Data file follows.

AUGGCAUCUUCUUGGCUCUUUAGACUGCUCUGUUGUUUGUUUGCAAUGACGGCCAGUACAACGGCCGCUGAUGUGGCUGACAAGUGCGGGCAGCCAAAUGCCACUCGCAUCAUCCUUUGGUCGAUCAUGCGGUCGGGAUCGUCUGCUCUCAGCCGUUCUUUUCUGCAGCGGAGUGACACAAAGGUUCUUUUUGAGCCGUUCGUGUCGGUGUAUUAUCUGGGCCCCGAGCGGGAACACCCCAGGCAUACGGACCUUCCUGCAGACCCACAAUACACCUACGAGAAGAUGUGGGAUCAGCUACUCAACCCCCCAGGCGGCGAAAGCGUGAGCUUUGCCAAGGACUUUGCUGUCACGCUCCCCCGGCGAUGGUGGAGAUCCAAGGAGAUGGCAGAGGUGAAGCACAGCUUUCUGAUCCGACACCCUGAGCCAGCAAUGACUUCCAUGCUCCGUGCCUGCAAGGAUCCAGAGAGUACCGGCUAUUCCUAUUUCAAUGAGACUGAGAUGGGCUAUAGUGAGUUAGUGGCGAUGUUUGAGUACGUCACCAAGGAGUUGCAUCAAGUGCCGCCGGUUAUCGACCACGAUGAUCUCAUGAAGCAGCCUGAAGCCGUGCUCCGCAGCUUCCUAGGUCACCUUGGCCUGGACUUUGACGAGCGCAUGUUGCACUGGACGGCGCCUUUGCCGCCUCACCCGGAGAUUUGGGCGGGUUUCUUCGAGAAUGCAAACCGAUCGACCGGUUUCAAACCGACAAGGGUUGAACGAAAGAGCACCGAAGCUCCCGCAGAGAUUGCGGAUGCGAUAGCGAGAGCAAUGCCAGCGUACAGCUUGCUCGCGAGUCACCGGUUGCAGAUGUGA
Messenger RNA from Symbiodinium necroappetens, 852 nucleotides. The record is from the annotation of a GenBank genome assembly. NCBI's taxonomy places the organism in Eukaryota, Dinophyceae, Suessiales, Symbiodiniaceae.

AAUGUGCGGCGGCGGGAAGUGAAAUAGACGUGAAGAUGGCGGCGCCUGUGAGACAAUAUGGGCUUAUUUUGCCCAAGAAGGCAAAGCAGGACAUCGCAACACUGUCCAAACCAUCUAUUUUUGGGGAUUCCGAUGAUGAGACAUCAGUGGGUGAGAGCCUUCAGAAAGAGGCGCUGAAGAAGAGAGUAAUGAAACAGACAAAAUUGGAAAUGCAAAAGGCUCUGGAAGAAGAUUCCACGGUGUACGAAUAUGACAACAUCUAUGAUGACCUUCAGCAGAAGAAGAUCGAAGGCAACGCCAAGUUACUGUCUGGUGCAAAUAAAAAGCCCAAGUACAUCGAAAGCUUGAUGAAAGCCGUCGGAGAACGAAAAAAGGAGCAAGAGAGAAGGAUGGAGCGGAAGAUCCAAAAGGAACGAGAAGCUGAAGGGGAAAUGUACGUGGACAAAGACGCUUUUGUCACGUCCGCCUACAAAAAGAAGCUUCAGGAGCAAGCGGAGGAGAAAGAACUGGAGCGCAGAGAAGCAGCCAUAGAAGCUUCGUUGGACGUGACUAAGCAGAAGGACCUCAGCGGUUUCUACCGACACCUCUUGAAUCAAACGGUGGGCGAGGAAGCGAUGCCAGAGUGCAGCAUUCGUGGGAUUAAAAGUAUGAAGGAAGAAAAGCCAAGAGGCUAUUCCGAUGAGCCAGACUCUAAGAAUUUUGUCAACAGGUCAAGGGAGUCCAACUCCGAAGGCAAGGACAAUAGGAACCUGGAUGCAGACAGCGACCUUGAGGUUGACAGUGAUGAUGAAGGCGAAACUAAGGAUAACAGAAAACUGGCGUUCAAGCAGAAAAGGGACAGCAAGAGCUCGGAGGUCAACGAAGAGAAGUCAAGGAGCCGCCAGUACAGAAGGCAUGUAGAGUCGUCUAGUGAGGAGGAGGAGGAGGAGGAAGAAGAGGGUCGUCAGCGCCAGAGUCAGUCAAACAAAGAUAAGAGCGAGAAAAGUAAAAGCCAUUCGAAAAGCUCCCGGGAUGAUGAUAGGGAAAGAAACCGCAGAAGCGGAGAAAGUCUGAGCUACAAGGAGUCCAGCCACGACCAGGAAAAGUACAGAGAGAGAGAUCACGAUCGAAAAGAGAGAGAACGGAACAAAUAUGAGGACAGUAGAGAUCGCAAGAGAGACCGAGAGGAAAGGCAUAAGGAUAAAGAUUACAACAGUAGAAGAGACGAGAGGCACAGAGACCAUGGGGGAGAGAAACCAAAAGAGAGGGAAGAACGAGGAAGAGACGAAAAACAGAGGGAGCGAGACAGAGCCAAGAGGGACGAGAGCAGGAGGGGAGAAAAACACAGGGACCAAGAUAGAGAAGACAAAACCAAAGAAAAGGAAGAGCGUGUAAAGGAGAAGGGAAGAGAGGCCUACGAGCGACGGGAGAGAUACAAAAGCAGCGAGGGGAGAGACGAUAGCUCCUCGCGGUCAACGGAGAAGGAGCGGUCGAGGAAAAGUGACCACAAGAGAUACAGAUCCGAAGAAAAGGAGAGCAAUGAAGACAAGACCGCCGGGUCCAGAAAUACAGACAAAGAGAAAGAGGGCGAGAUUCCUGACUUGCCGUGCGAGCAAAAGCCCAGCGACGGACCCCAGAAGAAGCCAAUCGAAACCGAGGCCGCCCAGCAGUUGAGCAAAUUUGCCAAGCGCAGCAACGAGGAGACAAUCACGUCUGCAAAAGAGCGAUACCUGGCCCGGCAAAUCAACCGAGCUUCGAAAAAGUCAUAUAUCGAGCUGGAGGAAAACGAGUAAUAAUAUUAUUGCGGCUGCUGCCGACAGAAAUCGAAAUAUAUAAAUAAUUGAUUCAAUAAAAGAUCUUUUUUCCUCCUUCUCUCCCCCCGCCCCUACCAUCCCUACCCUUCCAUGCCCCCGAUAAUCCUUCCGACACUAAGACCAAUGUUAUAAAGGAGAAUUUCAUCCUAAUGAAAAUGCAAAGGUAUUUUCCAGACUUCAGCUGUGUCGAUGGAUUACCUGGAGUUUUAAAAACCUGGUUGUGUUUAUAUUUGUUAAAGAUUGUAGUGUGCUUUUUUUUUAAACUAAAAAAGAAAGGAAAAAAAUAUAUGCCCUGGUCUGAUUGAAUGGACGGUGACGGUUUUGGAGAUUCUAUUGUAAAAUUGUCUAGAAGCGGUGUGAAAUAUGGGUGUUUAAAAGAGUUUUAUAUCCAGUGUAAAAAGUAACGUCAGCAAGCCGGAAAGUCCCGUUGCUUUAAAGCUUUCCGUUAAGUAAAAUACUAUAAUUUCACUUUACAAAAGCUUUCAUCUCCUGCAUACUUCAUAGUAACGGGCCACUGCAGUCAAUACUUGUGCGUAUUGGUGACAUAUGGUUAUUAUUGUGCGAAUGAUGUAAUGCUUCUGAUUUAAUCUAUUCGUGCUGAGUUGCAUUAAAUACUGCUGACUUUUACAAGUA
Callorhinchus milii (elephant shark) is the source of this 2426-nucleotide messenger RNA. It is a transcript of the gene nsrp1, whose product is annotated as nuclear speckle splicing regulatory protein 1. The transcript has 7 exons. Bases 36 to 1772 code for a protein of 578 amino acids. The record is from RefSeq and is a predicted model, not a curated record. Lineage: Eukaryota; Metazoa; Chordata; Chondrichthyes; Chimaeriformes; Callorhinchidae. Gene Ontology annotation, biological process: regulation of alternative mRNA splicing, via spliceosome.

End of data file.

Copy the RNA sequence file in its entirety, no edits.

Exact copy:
AUGGCAUCUUCUUGGCUCUUUAGACUGCUCUGUUGUUUGUUUGCAAUGACGGCCAGUACAACGGCCGCUGAUGUGGCUGACAAGUGCGGGCAGCCAAAUGCCACUCGCAUCAUCCUUUGGUCGAUCAUGCGGUCGGGAUCGUCUGCUCUCAGCCGUUCUUUUCUGCAGCGGAGUGACACAAAGGUUCUUUUUGAGCCGUUCGUGUCGGUGUAUUAUCUGGGCCCCGAGCGGGAACACCCCAGGCAUACGGACCUUCCUGCAGACCCACAAUACACCUACGAGAAGAUGUGGGAUCAGCUACUCAACCCCCCAGGCGGCGAAAGCGUGAGCUUUGCCAAGGACUUUGCUGUCACGCUCCCCCGGCGAUGGUGGAGAUCCAAGGAGAUGGCAGAGGUGAAGCACAGCUUUCUGAUCCGACACCCUGAGCCAGCAAUGACUUCCAUGCUCCGUGCCUGCAAGGAUCCAGAGAGUACCGGCUAUUCCUAUUUCAAUGAGACUGAGAUGGGCUAUAGUGAGUUAGUGGCGAUGUUUGAGUACGUCACCAAGGAGUUGCAUCAAGUGCCGCCGGUUAUCGACCACGAUGAUCUCAUGAAGCAGCCUGAAGCCGUGCUCCGCAGCUUCCUAGGUCACCUUGGCCUGGACUUUGACGAGCGCAUGUUGCACUGGACGGCGCCUUUGCCGCCUCACCCGGAGAUUUGGGCGGGUUUCUUCGAGAAUGCAAACCGAUCGACCGGUUUCAAACCGACAAGGGUUGAACGAAAGAGCACCGAAGCUCCCGCAGAGAUUGCGGAUGCGAUAGCGAGAGCAAUGCCAGCGUACAGCUUGCUCGCGAGUCACCGGUUGCAGAUGUGA
Messenger RNA from Symbiodinium necroappetens, 852 nucleotides. The record is from the annotation of a GenBank genome assembly. NCBI's taxonomy places the organism in Eukaryota, Dinophyceae, Suessiales, Symbiodiniaceae.

AAUGUGCGGCGGCGGGAAGUGAAAUAGACGUGAAGAUGGCGGCGCCUGUGAGACAAUAUGGGCUUAUUUUGCCCAAGAAGGCAAAGCAGGACAUCGCAACACUGUCCAAACCAUCUAUUUUUGGGGAUUCCGAUGAUGAGACAUCAGUGGGUGAGAGCCUUCAGAAAGAGGCGCUGAAGAAGAGAGUAAUGAAACAGACAAAAUUGGAAAUGCAAAAGGCUCUGGAAGAAGAUUCCACGGUGUACGAAUAUGACAACAUCUAUGAUGACCUUCAGCAGAAGAAGAUCGAAGGCAACGCCAAGUUACUGUCUGGUGCAAAUAAAAAGCCCAAGUACAUCGAAAGCUUGAUGAAAGCCGUCGGAGAACGAAAAAAGGAGCAAGAGAGAAGGAUGGAGCGGAAGAUCCAAAAGGAACGAGAAGCUGAAGGGGAAAUGUACGUGGACAAAGACGCUUUUGUCACGUCCGCCUACAAAAAGAAGCUUCAGGAGCAAGCGGAGGAGAAAGAACUGGAGCGCAGAGAAGCAGCCAUAGAAGCUUCGUUGGACGUGACUAAGCAGAAGGACCUCAGCGGUUUCUACCGACACCUCUUGAAUCAAACGGUGGGCGAGGAAGCGAUGCCAGAGUGCAGCAUUCGUGGGAUUAAAAGUAUGAAGGAAGAAAAGCCAAGAGGCUAUUCCGAUGAGCCAGACUCUAAGAAUUUUGUCAACAGGUCAAGGGAGUCCAACUCCGAAGGCAAGGACAAUAGGAACCUGGAUGCAGACAGCGACCUUGAGGUUGACAGUGAUGAUGAAGGCGAAACUAAGGAUAACAGAAAACUGGCGUUCAAGCAGAAAAGGGACAGCAAGAGCUCGGAGGUCAACGAAGAGAAGUCAAGGAGCCGCCAGUACAGAAGGCAUGUAGAGUCGUCUAGUGAGGAGGAGGAGGAGGAGGAAGAAGAGGGUCGUCAGCGCCAGAGUCAGUCAAACAAAGAUAAGAGCGAGAAAAGUAAAAGCCAUUCGAAAAGCUCCCGGGAUGAUGAUAGGGAAAGAAACCGCAGAAGCGGAGAAAGUCUGAGCUACAAGGAGUCCAGCCACGACCAGGAAAAGUACAGAGAGAGAGAUCACGAUCGAAAAGAGAGAGAACGGAACAAAUAUGAGGACAGUAGAGAUCGCAAGAGAGACCGAGAGGAAAGGCAUAAGGAUAAAGAUUACAACAGUAGAAGAGACGAGAGGCACAGAGACCAUGGGGGAGAGAAACCAAAAGAGAGGGAAGAACGAGGAAGAGACGAAAAACAGAGGGAGCGAGACAGAGCCAAGAGGGACGAGAGCAGGAGGGGAGAAAAACACAGGGACCAAGAUAGAGAAGACAAAACCAAAGAAAAGGAAGAGCGUGUAAAGGAGAAGGGAAGAGAGGCCUACGAGCGACGGGAGAGAUACAAAAGCAGCGAGGGGAGAGACGAUAGCUCCUCGCGGUCAACGGAGAAGGAGCGGUCGAGGAAAAGUGACCACAAGAGAUACAGAUCCGAAGAAAAGGAGAGCAAUGAAGACAAGACCGCCGGGUCCAGAAAUACAGACAAAGAGAAAGAGGGCGAGAUUCCUGACUUGCCGUGCGAGCAAAAGCCCAGCGACGGACCCCAGAAGAAGCCAAUCGAAACCGAGGCCGCCCAGCAGUUGAGCAAAUUUGCCAAGCGCAGCAACGAGGAGACAAUCACGUCUGCAAAAGAGCGAUACCUGGCCCGGCAAAUCAACCGAGCUUCGAAAAAGUCAUAUAUCGAGCUGGAGGAAAACGAGUAAUAAUAUUAUUGCGGCUGCUGCCGACAGAAAUCGAAAUAUAUAAAUAAUUGAUUCAAUAAAAGAUCUUUUUUCCUCCUUCUCUCCCCCCGCCCCUACCAUCCCUACCCUUCCAUGCCCCCGAUAAUCCUUCCGACACUAAGACCAAUGUUAUAAAGGAGAAUUUCAUCCUAAUGAAAAUGCAAAGGUAUUUUCCAGACUUCAGCUGUGUCGAUGGAUUACCUGGAGUUUUAAAAACCUGGUUGUGUUUAUAUUUGUUAAAGAUUGUAGUGUGCUUUUUUUUUAAACUAAAAAAGAAAGGAAAAAAAUAUAUGCCCUGGUCUGAUUGAAUGGACGGUGACGGUUUUGGAGAUUCUAUUGUAAAAUUGUCUAGAAGCGGUGUGAAAUAUGGGUGUUUAAAAGAGUUUUAUAUCCAGUGUAAAAAGUAACGUCAGCAAGCCGGAAAGUCCCGUUGCUUUAAAGCUUUCCGUUAAGUAAAAUACUAUAAUUUCACUUUACAAAAGCUUUCAUCUCCUGCAUACUUCAUAGUAACGGGCCACUGCAGUCAAUACUUGUGCGUAUUGGUGACAUAUGGUUAUUAUUGUGCGAAUGAUGUAAUGCUUCUGAUUUAAUCUAUUCGUGCUGAGUUGCAUUAAAUACUGCUGACUUUUACAAGUA
Callorhinchus milii (elephant shark) is the source of this 2426-nucleotide messenger RNA. It is a transcript of the gene nsrp1, whose product is annotated as nuclear speckle splicing regulatory protein 1. The transcript has 7 exons. Bases 36 to 1772 code for a protein of 578 amino acids. The record is from RefSeq and is a predicted model, not a curated record. Lineage: Eukaryota; Metazoa; Chordata; Chondrichthyes; Chimaeriformes; Callorhinchidae. Gene Ontology annotation, biological process: regulation of alternative mRNA splicing, via spliceosome.